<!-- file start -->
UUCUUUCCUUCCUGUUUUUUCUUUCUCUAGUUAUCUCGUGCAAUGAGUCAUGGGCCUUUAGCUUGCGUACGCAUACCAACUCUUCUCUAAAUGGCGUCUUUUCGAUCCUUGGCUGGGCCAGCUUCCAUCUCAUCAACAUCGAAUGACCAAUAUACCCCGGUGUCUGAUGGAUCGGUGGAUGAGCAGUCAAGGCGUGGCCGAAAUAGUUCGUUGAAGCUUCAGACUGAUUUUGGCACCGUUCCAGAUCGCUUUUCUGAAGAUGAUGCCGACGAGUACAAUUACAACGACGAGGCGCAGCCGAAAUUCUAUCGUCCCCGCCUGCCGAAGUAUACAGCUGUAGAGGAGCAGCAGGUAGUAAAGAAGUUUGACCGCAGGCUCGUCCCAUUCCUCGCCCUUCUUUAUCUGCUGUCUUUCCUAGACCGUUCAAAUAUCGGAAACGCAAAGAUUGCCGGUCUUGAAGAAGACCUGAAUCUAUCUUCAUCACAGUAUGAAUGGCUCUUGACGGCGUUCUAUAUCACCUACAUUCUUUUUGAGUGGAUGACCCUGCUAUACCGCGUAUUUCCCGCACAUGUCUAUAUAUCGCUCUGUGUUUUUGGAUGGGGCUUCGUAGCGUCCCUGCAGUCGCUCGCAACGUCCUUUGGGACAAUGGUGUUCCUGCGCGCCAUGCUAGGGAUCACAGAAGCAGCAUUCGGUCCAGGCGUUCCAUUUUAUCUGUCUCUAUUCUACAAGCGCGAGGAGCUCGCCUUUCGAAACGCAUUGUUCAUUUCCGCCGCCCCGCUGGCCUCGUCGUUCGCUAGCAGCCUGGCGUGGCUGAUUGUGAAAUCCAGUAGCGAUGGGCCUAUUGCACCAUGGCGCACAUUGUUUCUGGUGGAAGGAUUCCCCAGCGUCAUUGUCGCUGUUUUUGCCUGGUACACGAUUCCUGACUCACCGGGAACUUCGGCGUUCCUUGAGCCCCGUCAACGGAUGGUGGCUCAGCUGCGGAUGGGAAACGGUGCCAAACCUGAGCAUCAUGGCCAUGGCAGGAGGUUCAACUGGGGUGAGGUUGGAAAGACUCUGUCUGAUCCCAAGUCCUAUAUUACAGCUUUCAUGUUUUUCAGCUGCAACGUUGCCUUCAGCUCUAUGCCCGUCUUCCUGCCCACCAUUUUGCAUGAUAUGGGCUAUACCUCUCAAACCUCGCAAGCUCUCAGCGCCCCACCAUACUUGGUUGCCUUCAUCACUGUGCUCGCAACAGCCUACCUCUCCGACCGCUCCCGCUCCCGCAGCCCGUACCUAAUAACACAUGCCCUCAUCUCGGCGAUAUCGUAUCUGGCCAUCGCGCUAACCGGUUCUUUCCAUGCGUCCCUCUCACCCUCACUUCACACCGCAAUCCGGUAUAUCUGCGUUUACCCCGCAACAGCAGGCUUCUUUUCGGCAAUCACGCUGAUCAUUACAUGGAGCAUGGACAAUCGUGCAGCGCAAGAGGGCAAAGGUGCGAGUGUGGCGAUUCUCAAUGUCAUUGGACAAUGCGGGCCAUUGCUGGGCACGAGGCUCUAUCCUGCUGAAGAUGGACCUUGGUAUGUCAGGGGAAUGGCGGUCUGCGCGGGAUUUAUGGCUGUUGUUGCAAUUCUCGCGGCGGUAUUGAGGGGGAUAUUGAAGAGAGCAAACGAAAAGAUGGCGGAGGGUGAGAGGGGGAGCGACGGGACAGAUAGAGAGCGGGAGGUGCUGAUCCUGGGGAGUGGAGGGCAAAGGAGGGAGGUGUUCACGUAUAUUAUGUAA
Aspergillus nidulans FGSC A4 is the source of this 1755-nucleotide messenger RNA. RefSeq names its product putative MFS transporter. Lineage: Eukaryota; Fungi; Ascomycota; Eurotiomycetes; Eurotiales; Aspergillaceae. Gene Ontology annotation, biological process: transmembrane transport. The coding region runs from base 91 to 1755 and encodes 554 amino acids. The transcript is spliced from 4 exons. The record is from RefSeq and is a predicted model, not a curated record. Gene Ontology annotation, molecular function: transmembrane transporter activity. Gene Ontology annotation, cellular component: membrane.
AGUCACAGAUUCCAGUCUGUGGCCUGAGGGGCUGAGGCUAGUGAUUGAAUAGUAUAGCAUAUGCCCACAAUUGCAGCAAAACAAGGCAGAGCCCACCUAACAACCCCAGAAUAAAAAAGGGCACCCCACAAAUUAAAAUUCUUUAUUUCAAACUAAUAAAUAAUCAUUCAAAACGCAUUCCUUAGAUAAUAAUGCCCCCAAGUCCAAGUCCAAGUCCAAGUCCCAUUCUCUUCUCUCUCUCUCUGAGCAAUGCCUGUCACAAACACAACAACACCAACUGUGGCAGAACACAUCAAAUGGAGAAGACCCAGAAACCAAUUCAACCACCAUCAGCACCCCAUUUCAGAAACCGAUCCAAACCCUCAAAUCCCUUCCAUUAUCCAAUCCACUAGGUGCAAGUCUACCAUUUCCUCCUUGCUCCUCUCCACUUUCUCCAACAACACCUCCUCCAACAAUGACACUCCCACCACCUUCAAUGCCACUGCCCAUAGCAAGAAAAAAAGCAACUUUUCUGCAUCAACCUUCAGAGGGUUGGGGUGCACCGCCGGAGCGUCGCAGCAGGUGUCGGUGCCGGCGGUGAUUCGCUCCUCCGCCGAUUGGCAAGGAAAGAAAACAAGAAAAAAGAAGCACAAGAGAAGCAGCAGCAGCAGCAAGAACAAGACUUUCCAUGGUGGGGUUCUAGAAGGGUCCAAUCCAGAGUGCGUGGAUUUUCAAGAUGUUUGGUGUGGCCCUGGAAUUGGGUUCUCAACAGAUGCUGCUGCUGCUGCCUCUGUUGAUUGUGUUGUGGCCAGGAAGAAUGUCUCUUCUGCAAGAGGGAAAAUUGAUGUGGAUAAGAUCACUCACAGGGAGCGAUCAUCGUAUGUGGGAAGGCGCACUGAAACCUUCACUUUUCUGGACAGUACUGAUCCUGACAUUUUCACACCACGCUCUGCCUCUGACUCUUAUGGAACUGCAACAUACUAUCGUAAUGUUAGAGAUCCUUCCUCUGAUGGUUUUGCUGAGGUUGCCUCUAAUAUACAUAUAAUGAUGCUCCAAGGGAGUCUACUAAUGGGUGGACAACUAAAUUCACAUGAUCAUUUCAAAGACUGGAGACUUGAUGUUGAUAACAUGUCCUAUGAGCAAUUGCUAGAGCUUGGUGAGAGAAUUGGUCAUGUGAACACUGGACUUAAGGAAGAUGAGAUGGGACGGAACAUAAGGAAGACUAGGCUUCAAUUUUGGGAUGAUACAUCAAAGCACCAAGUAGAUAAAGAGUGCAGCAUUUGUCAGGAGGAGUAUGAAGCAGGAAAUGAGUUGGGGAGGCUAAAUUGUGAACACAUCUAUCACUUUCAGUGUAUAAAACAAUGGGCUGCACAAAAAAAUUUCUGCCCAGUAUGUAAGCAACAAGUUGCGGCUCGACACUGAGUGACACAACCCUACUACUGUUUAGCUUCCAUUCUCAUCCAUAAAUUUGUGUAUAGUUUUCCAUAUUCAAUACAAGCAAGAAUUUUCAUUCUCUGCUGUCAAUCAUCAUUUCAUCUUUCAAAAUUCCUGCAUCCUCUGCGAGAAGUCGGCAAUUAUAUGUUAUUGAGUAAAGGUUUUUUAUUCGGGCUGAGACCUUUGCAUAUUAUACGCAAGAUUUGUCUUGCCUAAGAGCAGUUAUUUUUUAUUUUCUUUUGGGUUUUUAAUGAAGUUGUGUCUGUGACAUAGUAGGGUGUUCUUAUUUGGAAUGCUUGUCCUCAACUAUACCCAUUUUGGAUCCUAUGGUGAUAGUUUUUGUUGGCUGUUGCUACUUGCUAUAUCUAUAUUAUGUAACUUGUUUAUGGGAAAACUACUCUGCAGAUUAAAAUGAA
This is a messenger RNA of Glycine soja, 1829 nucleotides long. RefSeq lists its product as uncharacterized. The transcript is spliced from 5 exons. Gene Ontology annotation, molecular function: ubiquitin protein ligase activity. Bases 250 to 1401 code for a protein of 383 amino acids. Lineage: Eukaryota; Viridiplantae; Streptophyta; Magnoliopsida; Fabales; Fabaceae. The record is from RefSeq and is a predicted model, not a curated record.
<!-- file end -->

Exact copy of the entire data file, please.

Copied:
UUCUUUCCUUCCUGUUUUUUCUUUCUCUAGUUAUCUCGUGCAAUGAGUCAUGGGCCUUUAGCUUGCGUACGCAUACCAACUCUUCUCUAAAUGGCGUCUUUUCGAUCCUUGGCUGGGCCAGCUUCCAUCUCAUCAACAUCGAAUGACCAAUAUACCCCGGUGUCUGAUGGAUCGGUGGAUGAGCAGUCAAGGCGUGGCCGAAAUAGUUCGUUGAAGCUUCAGACUGAUUUUGGCACCGUUCCAGAUCGCUUUUCUGAAGAUGAUGCCGACGAGUACAAUUACAACGACGAGGCGCAGCCGAAAUUCUAUCGUCCCCGCCUGCCGAAGUAUACAGCUGUAGAGGAGCAGCAGGUAGUAAAGAAGUUUGACCGCAGGCUCGUCCCAUUCCUCGCCCUUCUUUAUCUGCUGUCUUUCCUAGACCGUUCAAAUAUCGGAAACGCAAAGAUUGCCGGUCUUGAAGAAGACCUGAAUCUAUCUUCAUCACAGUAUGAAUGGCUCUUGACGGCGUUCUAUAUCACCUACAUUCUUUUUGAGUGGAUGACCCUGCUAUACCGCGUAUUUCCCGCACAUGUCUAUAUAUCGCUCUGUGUUUUUGGAUGGGGCUUCGUAGCGUCCCUGCAGUCGCUCGCAACGUCCUUUGGGACAAUGGUGUUCCUGCGCGCCAUGCUAGGGAUCACAGAAGCAGCAUUCGGUCCAGGCGUUCCAUUUUAUCUGUCUCUAUUCUACAAGCGCGAGGAGCUCGCCUUUCGAAACGCAUUGUUCAUUUCCGCCGCCCCGCUGGCCUCGUCGUUCGCUAGCAGCCUGGCGUGGCUGAUUGUGAAAUCCAGUAGCGAUGGGCCUAUUGCACCAUGGCGCACAUUGUUUCUGGUGGAAGGAUUCCCCAGCGUCAUUGUCGCUGUUUUUGCCUGGUACACGAUUCCUGACUCACCGGGAACUUCGGCGUUCCUUGAGCCCCGUCAACGGAUGGUGGCUCAGCUGCGGAUGGGAAACGGUGCCAAACCUGAGCAUCAUGGCCAUGGCAGGAGGUUCAACUGGGGUGAGGUUGGAAAGACUCUGUCUGAUCCCAAGUCCUAUAUUACAGCUUUCAUGUUUUUCAGCUGCAACGUUGCCUUCAGCUCUAUGCCCGUCUUCCUGCCCACCAUUUUGCAUGAUAUGGGCUAUACCUCUCAAACCUCGCAAGCUCUCAGCGCCCCACCAUACUUGGUUGCCUUCAUCACUGUGCUCGCAACAGCCUACCUCUCCGACCGCUCCCGCUCCCGCAGCCCGUACCUAAUAACACAUGCCCUCAUCUCGGCGAUAUCGUAUCUGGCCAUCGCGCUAACCGGUUCUUUCCAUGCGUCCCUCUCACCCUCACUUCACACCGCAAUCCGGUAUAUCUGCGUUUACCCCGCAACAGCAGGCUUCUUUUCGGCAAUCACGCUGAUCAUUACAUGGAGCAUGGACAAUCGUGCAGCGCAAGAGGGCAAAGGUGCGAGUGUGGCGAUUCUCAAUGUCAUUGGACAAUGCGGGCCAUUGCUGGGCACGAGGCUCUAUCCUGCUGAAGAUGGACCUUGGUAUGUCAGGGGAAUGGCGGUCUGCGCGGGAUUUAUGGCUGUUGUUGCAAUUCUCGCGGCGGUAUUGAGGGGGAUAUUGAAGAGAGCAAACGAAAAGAUGGCGGAGGGUGAGAGGGGGAGCGACGGGACAGAUAGAGAGCGGGAGGUGCUGAUCCUGGGGAGUGGAGGGCAAAGGAGGGAGGUGUUCACGUAUAUUAUGUAA
Aspergillus nidulans FGSC A4 is the source of this 1755-nucleotide messenger RNA. RefSeq names its product putative MFS transporter. Lineage: Eukaryota; Fungi; Ascomycota; Eurotiomycetes; Eurotiales; Aspergillaceae. Gene Ontology annotation, biological process: transmembrane transport. The coding region runs from base 91 to 1755 and encodes 554 amino acids. The transcript is spliced from 4 exons. The record is from RefSeq and is a predicted model, not a curated record. Gene Ontology annotation, molecular function: transmembrane transporter activity. Gene Ontology annotation, cellular component: membrane.
AGUCACAGAUUCCAGUCUGUGGCCUGAGGGGCUGAGGCUAGUGAUUGAAUAGUAUAGCAUAUGCCCACAAUUGCAGCAAAACAAGGCAGAGCCCACCUAACAACCCCAGAAUAAAAAAGGGCACCCCACAAAUUAAAAUUCUUUAUUUCAAACUAAUAAAUAAUCAUUCAAAACGCAUUCCUUAGAUAAUAAUGCCCCCAAGUCCAAGUCCAAGUCCAAGUCCCAUUCUCUUCUCUCUCUCUCUGAGCAAUGCCUGUCACAAACACAACAACACCAACUGUGGCAGAACACAUCAAAUGGAGAAGACCCAGAAACCAAUUCAACCACCAUCAGCACCCCAUUUCAGAAACCGAUCCAAACCCUCAAAUCCCUUCCAUUAUCCAAUCCACUAGGUGCAAGUCUACCAUUUCCUCCUUGCUCCUCUCCACUUUCUCCAACAACACCUCCUCCAACAAUGACACUCCCACCACCUUCAAUGCCACUGCCCAUAGCAAGAAAAAAAGCAACUUUUCUGCAUCAACCUUCAGAGGGUUGGGGUGCACCGCCGGAGCGUCGCAGCAGGUGUCGGUGCCGGCGGUGAUUCGCUCCUCCGCCGAUUGGCAAGGAAAGAAAACAAGAAAAAAGAAGCACAAGAGAAGCAGCAGCAGCAGCAAGAACAAGACUUUCCAUGGUGGGGUUCUAGAAGGGUCCAAUCCAGAGUGCGUGGAUUUUCAAGAUGUUUGGUGUGGCCCUGGAAUUGGGUUCUCAACAGAUGCUGCUGCUGCUGCCUCUGUUGAUUGUGUUGUGGCCAGGAAGAAUGUCUCUUCUGCAAGAGGGAAAAUUGAUGUGGAUAAGAUCACUCACAGGGAGCGAUCAUCGUAUGUGGGAAGGCGCACUGAAACCUUCACUUUUCUGGACAGUACUGAUCCUGACAUUUUCACACCACGCUCUGCCUCUGACUCUUAUGGAACUGCAACAUACUAUCGUAAUGUUAGAGAUCCUUCCUCUGAUGGUUUUGCUGAGGUUGCCUCUAAUAUACAUAUAAUGAUGCUCCAAGGGAGUCUACUAAUGGGUGGACAACUAAAUUCACAUGAUCAUUUCAAAGACUGGAGACUUGAUGUUGAUAACAUGUCCUAUGAGCAAUUGCUAGAGCUUGGUGAGAGAAUUGGUCAUGUGAACACUGGACUUAAGGAAGAUGAGAUGGGACGGAACAUAAGGAAGACUAGGCUUCAAUUUUGGGAUGAUACAUCAAAGCACCAAGUAGAUAAAGAGUGCAGCAUUUGUCAGGAGGAGUAUGAAGCAGGAAAUGAGUUGGGGAGGCUAAAUUGUGAACACAUCUAUCACUUUCAGUGUAUAAAACAAUGGGCUGCACAAAAAAAUUUCUGCCCAGUAUGUAAGCAACAAGUUGCGGCUCGACACUGAGUGACACAACCCUACUACUGUUUAGCUUCCAUUCUCAUCCAUAAAUUUGUGUAUAGUUUUCCAUAUUCAAUACAAGCAAGAAUUUUCAUUCUCUGCUGUCAAUCAUCAUUUCAUCUUUCAAAAUUCCUGCAUCCUCUGCGAGAAGUCGGCAAUUAUAUGUUAUUGAGUAAAGGUUUUUUAUUCGGGCUGAGACCUUUGCAUAUUAUACGCAAGAUUUGUCUUGCCUAAGAGCAGUUAUUUUUUAUUUUCUUUUGGGUUUUUAAUGAAGUUGUGUCUGUGACAUAGUAGGGUGUUCUUAUUUGGAAUGCUUGUCCUCAACUAUACCCAUUUUGGAUCCUAUGGUGAUAGUUUUUGUUGGCUGUUGCUACUUGCUAUAUCUAUAUUAUGUAACUUGUUUAUGGGAAAACUACUCUGCAGAUUAAAAUGAA
This is a messenger RNA of Glycine soja, 1829 nucleotides long. RefSeq lists its product as uncharacterized. The transcript is spliced from 5 exons. Gene Ontology annotation, molecular function: ubiquitin protein ligase activity. Bases 250 to 1401 code for a protein of 383 amino acids. Lineage: Eukaryota; Viridiplantae; Streptophyta; Magnoliopsida; Fabales; Fabaceae. The record is from RefSeq and is a predicted model, not a curated record.